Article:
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Word Processing Test at Interview

(10 Posts)
Evenstar Tue 05-Feb-13 22:51:50

I have an interview on Thursday for a job at a school as an Administrative Officer, I trained as a PA/secretary years ago before I had children and have used computers for personal correspondence etc for years. I did use a very basic word processing system daily when I was working (not Windows based, this was 20 odd years ago, so you can imagine just how basic it was!!)

I was up front about this in my application and said I would be happy to undertake additional training and my typing speed is still very good (I qualified to RSA 3 and got a distinction in the typing section of my secretarial exams). I was delighted to get an interview, I have been working for some years in child care and also have relevant qualifications in that and a degree, so I know there are other factors they have looked at in selecting me for interview.

When they confirmed the interview they said there will be a word processing test, I don't really know what to expect, are there things I could practice in advance to be more prepared? This job would make such a difference to me, I would be doubling my pay and would have the chance to join a pension scheme, any advice? I don't want to lose this chance because of my computer skills!

doodledoodoo Tue 05-Feb-13 23:05:13

Word processing?!

I would imagine they want you to produce a Word document (i.e. letter, report, etc.) to see how you set it out, format it, how long it takes you, etc.

Can you ask them to be a bit more specific?

Evenstar Tue 05-Feb-13 23:13:41

I don't think I can, that is all they said in the email and it won't be a problem if it is just a document, I can do it easily, I have a working knowledge. I thought someone else might have had to do one and could give me an idea what to expect. Thanks for your reply, I feel very nervous as this is such a great opportunity.

chubbleigh Wed 06-Feb-13 00:03:00

I have organised these tests before, it is not uncommon. Do your best not to panic, I imagine it will be setting out a letter, possibly from written notes, saving this document in a specific location (or maybe finding it to start with). Do you know someone who could give you a quick tutorial tomorrow in the absolute basics, nothing over complicated. Get a sheet of paper and remind yourself of correct document lay out. On the day, stay calm, pace yourself and pay careful attention to spelling and punctuation, this will be important. Play to your strengths, speed and accuracy, RSA3 is worth something and shows you were taught and tested in these skills. Don't be too apologetic or ready to admit weakness in this area. Present all of your other best selling points. Good luck!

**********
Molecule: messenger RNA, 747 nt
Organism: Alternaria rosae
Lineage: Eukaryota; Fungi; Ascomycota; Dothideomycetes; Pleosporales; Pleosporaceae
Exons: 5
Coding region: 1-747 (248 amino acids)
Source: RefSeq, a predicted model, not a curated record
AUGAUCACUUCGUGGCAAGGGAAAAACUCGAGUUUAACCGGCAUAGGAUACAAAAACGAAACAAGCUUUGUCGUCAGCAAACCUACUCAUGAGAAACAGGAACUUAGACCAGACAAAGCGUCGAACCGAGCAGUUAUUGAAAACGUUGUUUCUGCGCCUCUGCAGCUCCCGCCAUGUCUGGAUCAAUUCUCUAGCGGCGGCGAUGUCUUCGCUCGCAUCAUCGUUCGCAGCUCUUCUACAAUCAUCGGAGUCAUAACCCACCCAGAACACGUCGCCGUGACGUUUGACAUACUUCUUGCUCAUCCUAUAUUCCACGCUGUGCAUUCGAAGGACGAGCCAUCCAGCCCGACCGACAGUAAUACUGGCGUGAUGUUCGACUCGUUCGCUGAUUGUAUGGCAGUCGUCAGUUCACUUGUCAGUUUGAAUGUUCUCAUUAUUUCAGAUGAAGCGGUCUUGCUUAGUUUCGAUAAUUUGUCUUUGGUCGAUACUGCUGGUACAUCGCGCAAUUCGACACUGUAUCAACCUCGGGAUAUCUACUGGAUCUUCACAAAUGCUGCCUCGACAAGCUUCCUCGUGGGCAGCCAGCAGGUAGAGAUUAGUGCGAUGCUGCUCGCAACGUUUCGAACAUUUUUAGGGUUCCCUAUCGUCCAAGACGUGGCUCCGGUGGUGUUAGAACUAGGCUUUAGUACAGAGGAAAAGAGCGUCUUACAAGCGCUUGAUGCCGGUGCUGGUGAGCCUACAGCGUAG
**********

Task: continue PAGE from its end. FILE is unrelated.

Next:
Evenstar Wed 06-Feb-13 07:26:43

Thank you, I am fine with all that, quite confident with laying out letters, indeed I have always carried on doing formal letters for friends and family often from quite vague notes!! I am very able to deal with most basic things including making folders/locating documents, but was very anxious they might want something really difficult.

I will have a bit of a practice today and just hope that it will be something well within my comptetence. Will come back and update you when I have some news.

WipsGlitter Wed 06-Feb-13 07:32:07

I've also set these tests and it will probably be a letter. So make sure it's laid out correctly, no mistakes etc. And then save and print it.

doodledoodoo Wed 06-Feb-13 09:26:37

Agree with what others have said including saving it to a specific folder and printing it.

You'll be fine. Good luck!

Evenstar Thu 07-Feb-13 17:57:52

The interview went really well apart from the test and I was assured that it was not a problem, as I had been totally honest about my lack of recent office experience. The task was a nightmare, not just a letter it involved tables and using an Excel spreadsheet. They have rung me to say that I didn't get the job a few minutes ago, but their words were that all the candidates were lovely and we could have all done the job and it had been a very hard decision to make. I tried my best, and I am very sad as I wanted it so much, but it wasn't to be, it was a lovely place and I would have so enjoyed working there. Thanks for your help everyone.

Wallison Thu 07-Feb-13 18:05:10

Hi Evenstar, sorry to hear you didn't get the job but it sounds as though you did everything you could and they liked you anyway. Hopefully something else will come up soon but have you thought about refreshing your skills at all? Working with tables and spreadsheets is a pretty normal requirement for admin jobs, even those that pay minimum wage, so if you're looking for work like that it might be worth it. You can do a qualification called the ECDL which a lot of employers are asking for now and it will ensure you are familiar with Word, Excel and PowerPoint.

Evenstar Thu 07-Feb-13 22:13:03

I will consider updating my skills, but I think first I need to reflect on where I am going. I am currently working in Early Years and love my job but feel that soon I am going to be too old to keep crawling round the floor picking toys up and changing nappies and the pay is not good as I have 8 weeks unpaid leave every year due to it being term time only and only 4 weeks paid holiday. This particular role really appealed to me, but I am not sure that what I want to look at for my next job is going back to a purely office based job. I do need more hours, higher pay and preferably a pension as I am 49 in September and would like to start making some additional provision for my retirement. Thanks for the advice and I will certaiinly find out about the ECDL

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